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Flavor of the Month: Why Smart People Fall for Fads Hardcover – April 10, 2006
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Top Customer Reviews
Although most of the observations are fairly obvious (institutional fads happen in cycles, etc) the information is well organized and presented. The major drawback to the book is that Best relies solely on "what if" stories. He creates fictional characters and places them in fictional situations to demonstrate how an institutional fad could begin, spread, and then fade away. The information would have been a lot more compelling if he were actually dealing with facts.
The book includes several copies of email forwards and other such jokes that you have probably seen repeatedly, and they get a little old, but add length to the book, which is their point I think.
I found Flavor of the Month easy to get through fairly quickly, but I'm not sure that I came away any more knowledgeable than before I opened the book. We all know that institutional fads happened, and I would rather have seen more examples of them happening in real life than a brief example of how they "could" effect a business.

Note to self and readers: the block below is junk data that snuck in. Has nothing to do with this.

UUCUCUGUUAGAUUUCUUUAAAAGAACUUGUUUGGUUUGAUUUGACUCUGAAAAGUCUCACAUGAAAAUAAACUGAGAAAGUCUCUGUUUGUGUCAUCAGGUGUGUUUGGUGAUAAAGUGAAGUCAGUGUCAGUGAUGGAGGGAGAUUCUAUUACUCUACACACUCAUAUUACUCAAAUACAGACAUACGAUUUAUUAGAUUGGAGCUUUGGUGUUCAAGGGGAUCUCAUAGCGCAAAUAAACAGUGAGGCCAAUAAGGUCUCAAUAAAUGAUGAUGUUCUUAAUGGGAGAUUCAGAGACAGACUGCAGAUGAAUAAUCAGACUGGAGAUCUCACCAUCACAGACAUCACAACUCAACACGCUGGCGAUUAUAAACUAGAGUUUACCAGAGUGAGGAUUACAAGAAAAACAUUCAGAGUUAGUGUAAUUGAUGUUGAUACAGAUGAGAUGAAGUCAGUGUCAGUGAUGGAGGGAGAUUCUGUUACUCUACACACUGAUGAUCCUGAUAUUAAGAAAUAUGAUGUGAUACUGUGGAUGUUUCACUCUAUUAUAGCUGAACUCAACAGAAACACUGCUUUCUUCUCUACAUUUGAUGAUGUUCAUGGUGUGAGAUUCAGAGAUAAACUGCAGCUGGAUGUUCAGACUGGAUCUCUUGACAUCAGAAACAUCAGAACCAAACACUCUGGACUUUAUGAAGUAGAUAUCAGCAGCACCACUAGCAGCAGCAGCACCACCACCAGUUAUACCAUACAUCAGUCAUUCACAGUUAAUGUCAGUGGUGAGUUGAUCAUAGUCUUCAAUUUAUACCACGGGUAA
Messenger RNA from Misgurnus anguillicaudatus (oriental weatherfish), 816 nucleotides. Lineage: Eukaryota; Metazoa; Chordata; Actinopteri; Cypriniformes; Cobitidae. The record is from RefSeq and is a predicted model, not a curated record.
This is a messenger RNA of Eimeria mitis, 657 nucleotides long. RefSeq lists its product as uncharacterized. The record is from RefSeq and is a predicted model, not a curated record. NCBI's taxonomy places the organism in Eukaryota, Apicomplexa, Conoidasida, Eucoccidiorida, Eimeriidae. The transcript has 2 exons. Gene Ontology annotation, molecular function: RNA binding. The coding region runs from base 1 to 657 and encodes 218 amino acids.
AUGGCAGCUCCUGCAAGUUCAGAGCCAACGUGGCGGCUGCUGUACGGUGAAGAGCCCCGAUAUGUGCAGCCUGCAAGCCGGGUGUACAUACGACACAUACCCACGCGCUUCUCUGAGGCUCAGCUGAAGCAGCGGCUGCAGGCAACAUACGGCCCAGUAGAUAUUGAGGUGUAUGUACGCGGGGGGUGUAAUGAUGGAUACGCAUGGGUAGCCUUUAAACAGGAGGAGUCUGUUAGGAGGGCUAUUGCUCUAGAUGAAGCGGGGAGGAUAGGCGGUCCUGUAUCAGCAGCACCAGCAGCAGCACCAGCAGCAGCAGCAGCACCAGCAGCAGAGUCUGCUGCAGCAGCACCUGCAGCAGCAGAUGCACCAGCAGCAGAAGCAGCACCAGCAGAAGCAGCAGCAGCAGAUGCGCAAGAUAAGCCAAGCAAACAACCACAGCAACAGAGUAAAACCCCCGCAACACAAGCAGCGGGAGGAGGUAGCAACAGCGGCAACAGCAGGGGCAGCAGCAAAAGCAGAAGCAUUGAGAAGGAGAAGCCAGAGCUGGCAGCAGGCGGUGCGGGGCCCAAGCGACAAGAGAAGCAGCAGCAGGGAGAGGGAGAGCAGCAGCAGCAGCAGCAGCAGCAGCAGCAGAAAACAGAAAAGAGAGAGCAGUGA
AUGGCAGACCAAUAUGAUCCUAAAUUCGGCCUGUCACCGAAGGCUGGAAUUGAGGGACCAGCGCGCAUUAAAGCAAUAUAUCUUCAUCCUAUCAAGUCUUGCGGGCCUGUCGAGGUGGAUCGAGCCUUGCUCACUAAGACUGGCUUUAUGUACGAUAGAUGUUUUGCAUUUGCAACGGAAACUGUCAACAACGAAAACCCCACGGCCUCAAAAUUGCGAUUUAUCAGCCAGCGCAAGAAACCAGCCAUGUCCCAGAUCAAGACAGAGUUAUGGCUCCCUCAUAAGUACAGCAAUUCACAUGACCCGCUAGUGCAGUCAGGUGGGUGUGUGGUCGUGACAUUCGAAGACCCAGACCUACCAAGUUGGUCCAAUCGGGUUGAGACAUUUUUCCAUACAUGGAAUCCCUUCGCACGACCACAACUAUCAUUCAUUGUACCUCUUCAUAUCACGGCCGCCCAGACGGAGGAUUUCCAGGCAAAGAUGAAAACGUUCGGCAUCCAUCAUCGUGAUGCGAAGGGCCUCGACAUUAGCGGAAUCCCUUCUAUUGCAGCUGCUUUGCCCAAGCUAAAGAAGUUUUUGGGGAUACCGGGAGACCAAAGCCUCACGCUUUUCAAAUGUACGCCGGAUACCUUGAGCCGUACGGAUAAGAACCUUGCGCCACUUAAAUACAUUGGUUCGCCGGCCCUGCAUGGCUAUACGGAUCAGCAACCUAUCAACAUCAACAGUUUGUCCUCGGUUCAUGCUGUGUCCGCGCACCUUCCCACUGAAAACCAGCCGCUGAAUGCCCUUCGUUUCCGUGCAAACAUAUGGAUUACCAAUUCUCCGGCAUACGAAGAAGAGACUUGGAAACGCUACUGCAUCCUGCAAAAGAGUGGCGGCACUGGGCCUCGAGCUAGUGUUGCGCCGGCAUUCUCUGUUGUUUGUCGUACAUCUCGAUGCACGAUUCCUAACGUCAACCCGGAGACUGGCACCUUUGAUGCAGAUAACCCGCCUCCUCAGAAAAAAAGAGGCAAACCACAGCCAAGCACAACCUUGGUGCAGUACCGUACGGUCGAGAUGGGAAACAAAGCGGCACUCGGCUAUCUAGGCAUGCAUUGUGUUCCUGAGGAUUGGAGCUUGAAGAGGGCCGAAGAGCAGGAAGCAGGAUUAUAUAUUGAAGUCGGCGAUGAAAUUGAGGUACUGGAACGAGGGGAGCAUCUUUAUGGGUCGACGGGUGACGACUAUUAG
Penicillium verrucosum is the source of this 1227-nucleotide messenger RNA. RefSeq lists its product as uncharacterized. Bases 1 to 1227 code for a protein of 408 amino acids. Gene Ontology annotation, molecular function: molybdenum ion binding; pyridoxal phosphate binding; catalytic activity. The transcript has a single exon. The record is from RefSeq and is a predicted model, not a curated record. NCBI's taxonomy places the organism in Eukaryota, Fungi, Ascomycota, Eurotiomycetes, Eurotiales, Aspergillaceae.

One of Best's key insights, which guides his entire analysis, is the refusal to see fad-adoption as irreational. Instead of seeing the adopting and institution of fads as an "irratioanl exhuberance" (to quote Greenspan), Best attempts to explain the phenomenon as rational. First, he suggests, US culture (and many first world cultures) place prime value on change and "progress." Thus, there is always incentive to correct percieved imperfections and to "think outside the box" rather than remain static. Once the new idea comes along that promises to correct management, education, or other problems, the fad develops a kind of inertia: if those at the top sing its praises, those below experience pressure to get on board, and once they are on board, no one wants to be a "laggard." By the time studies come along showing the ineffectiveness of the fad, so much money may have been invested that there is little incentive to quit, but when enthusiasm weigns, it is generally done quickly and as quietly as possible.
Like other reviewers, my biggest problem with this book is that Best provides very few examples to support his points. It is one thing to describe how fad innovators use the rhetoric of change to get people to buy in, but it is quite another to say "and here are examples of what I mean.Read more ›